By Bobby Harrison/NEMS Daily Journal
JACKSON – About three weeks ago, when House and Senate negotiators were trying to put together a state budget, Lt. Gov. Phil Bryant instructed members of his staff to get “Hob down here to work on Medicaid.”
Hob Bryan, D-Amory, is the Senate Public Health Committee chair. Bryant and Senate Appropriations Chairman Alan Nunnelee, R-Tupelo, said that whatever Bryan negotiated with his House counterparts on the issue of increasing the taxes on hospitals would be part of the budget deal.
House negotiators, after being assured that Bryan was indeed representing the Senate leadership, went to work with him. Less than a week after Bryan arrived on the scene, a deal was struck on Medicaid.
That opened the door for an overall budget agreement to be reached the next day.
But about 48 hours after Bryan and House negotiators Dirk Dedeaux, D-Gulfport, and Robert Johnson, D-Natchez, reached their deal, Gov. Haley Barbour voiced his opposition.
He said he objected to language in the agreement preventing him from making cuts to hospitals’ Medicaid reimbursements to offset any Medicaid deficit.
Bryan pointed out that the hospitals were given protection because their taxes were being increased at least $60 million and perhaps $90 million annually. Barbour agreed to the same language last year when he was trying to get the $90 million tax through the Legislature, Bryan added.
At any rate, right after Barbour voiced his opposition to the Medicaid deal Bryan reached with the House negotiators, the lieutenant governor opined, saying he also opposed giving the hospitals protections from cuts.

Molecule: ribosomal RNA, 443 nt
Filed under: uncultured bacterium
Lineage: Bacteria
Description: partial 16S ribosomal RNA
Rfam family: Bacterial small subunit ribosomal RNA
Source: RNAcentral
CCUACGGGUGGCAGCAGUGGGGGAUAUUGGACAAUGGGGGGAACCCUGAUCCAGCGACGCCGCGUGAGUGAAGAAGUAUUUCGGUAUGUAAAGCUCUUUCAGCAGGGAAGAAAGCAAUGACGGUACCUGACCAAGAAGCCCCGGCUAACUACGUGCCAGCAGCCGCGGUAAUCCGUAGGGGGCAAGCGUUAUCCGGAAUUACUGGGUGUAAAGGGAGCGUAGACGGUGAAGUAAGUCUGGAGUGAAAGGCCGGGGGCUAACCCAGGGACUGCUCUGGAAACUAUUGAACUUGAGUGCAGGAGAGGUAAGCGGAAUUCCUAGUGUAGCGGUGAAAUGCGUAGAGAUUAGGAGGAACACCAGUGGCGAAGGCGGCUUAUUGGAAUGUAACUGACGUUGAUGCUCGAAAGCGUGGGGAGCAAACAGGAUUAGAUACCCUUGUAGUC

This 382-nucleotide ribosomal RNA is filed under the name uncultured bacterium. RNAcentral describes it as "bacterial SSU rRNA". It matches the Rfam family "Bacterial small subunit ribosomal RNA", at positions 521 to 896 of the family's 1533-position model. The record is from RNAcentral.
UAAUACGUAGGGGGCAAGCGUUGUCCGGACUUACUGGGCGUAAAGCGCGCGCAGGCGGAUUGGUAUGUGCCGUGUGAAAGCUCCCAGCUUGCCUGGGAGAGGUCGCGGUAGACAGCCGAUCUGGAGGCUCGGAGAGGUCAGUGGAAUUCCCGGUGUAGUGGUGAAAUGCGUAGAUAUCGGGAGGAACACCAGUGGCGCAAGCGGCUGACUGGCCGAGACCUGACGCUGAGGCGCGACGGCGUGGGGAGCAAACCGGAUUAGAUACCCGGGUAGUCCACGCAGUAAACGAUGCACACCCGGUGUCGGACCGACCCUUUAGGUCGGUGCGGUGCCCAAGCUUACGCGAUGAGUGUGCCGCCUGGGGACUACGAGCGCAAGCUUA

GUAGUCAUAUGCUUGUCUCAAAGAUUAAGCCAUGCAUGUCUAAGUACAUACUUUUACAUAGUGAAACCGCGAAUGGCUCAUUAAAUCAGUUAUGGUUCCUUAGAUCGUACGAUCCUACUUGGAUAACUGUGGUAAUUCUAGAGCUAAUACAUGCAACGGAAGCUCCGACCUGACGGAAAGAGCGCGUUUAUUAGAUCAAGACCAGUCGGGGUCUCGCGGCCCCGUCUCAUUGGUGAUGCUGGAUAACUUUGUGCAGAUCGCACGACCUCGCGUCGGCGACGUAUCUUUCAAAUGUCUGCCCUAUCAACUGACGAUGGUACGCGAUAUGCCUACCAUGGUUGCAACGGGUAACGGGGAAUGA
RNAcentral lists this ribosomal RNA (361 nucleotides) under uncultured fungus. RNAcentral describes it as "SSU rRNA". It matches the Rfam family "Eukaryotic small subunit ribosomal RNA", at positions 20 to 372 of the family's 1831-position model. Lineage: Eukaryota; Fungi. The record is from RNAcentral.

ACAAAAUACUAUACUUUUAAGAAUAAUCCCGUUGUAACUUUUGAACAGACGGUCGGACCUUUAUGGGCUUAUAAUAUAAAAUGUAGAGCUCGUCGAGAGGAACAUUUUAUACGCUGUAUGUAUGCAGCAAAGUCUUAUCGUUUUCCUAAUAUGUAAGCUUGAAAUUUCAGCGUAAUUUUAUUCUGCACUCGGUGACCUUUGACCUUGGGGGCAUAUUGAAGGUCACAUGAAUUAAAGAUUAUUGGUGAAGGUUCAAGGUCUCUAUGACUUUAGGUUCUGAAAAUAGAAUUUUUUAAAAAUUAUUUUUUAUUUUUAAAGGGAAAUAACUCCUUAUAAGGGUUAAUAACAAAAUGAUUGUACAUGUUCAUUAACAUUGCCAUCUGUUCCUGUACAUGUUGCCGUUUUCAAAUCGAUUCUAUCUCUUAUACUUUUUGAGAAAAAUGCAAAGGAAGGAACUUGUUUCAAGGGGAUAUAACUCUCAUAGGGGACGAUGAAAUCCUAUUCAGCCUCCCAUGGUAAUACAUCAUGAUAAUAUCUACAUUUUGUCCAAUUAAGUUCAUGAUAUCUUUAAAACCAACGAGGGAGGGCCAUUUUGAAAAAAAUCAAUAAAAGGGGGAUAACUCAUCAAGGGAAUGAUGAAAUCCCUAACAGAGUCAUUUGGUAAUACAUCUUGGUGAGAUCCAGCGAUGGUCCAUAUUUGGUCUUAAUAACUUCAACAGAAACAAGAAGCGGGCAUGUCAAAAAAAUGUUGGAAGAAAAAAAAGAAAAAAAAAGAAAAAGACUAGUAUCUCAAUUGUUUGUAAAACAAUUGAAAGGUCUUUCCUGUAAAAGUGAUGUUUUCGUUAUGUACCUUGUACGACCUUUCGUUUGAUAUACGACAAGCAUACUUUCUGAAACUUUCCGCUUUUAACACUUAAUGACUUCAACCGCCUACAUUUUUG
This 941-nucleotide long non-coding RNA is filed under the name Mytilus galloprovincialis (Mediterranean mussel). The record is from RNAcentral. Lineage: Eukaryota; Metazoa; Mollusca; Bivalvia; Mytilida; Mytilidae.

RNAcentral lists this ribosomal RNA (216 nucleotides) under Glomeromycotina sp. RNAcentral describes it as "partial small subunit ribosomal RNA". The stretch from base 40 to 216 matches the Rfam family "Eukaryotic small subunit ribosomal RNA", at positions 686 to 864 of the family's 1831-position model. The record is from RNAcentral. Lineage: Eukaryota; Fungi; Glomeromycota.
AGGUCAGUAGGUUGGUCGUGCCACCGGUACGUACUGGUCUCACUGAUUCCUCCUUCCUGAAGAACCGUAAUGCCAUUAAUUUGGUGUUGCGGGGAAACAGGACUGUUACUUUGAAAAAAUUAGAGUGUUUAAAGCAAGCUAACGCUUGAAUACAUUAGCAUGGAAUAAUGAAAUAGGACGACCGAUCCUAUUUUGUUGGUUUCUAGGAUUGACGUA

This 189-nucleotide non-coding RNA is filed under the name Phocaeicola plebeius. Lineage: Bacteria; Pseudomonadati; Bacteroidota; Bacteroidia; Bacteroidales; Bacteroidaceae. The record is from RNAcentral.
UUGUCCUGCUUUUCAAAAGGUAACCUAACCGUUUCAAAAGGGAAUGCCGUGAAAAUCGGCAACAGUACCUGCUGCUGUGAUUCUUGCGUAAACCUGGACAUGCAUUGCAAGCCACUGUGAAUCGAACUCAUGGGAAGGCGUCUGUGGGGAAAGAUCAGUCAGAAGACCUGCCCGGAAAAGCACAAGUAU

Never mind that Bryant assigned Bryan to negotiate on behalf of the Senate. Bryant said he was opposed to providing the hospitals the protections from cuts all along and had made that clear throughout the process.
Apparently, it was not clear to Bryan or to the House members who thought they were negotiating in good faith with Bryan.
But Bryan did not take it as a slap in a face that Bryant did not hold steady in his support after the governor objected.
Instead, Bryan recognized the urgency of the situation – to reach an agreement that both House negotiators and Barbour could live with so that the governor would call a special session to fund Medicaid and other aspects of state government before the new fiscal year began.
The Republican Barbour and the Democratic House leadership had divergent views on how Medicaid should be funded. Ironically, on this particular issue, Bryan, normally a loyal Democrat, was closer to Barbour’s position.
But on the issue of taxing hospitals, Bryan knew based on past votes that he and the governor were in the minority in the Legislature among both parties.
Surprisingly, no member of the Legislature was probably better equipped than Hob Bryan to forge an agreement between the two sides.
At times, there is probably no more combustible member among the 174 legislators than Bryan. At times, he engenders an occasional desire to strangle him or at least beat him senseless. At times, he doesn’t, as the old saying goes, “suffer fools lightly.”
For someone with that personality trait, choosing a career in politics might be akin to a vegetarian selling steaks.
But Bryan also has the unique ability to take divergent views and help craft solutions that are innovative while at the same time practical.
The Medicaid agreement reached late Monday night and passed by the Legislature late Tuesday night – hours before the clock struck midnight and a new fiscal year began – had input from a lot of people.
In the end, the House – and indeed the entire Legislature based on past votes – probably gave up more than the governor.
But the governor got far from everything he wanted. For instance, Barbour said he wanted the hospital tax increase because it would be a permanent solution to Medicaid’s financial woes. His permanent solution expires less than a year after he leaves office.
In the end, both sides got some and gave up some.
And Hob Bryan’s involvement in the negotiations went a long way to getting the agreement done.
Contact Capitol Bureau Chief Bobby Harrison at email@example.com or at (601) 353-3119.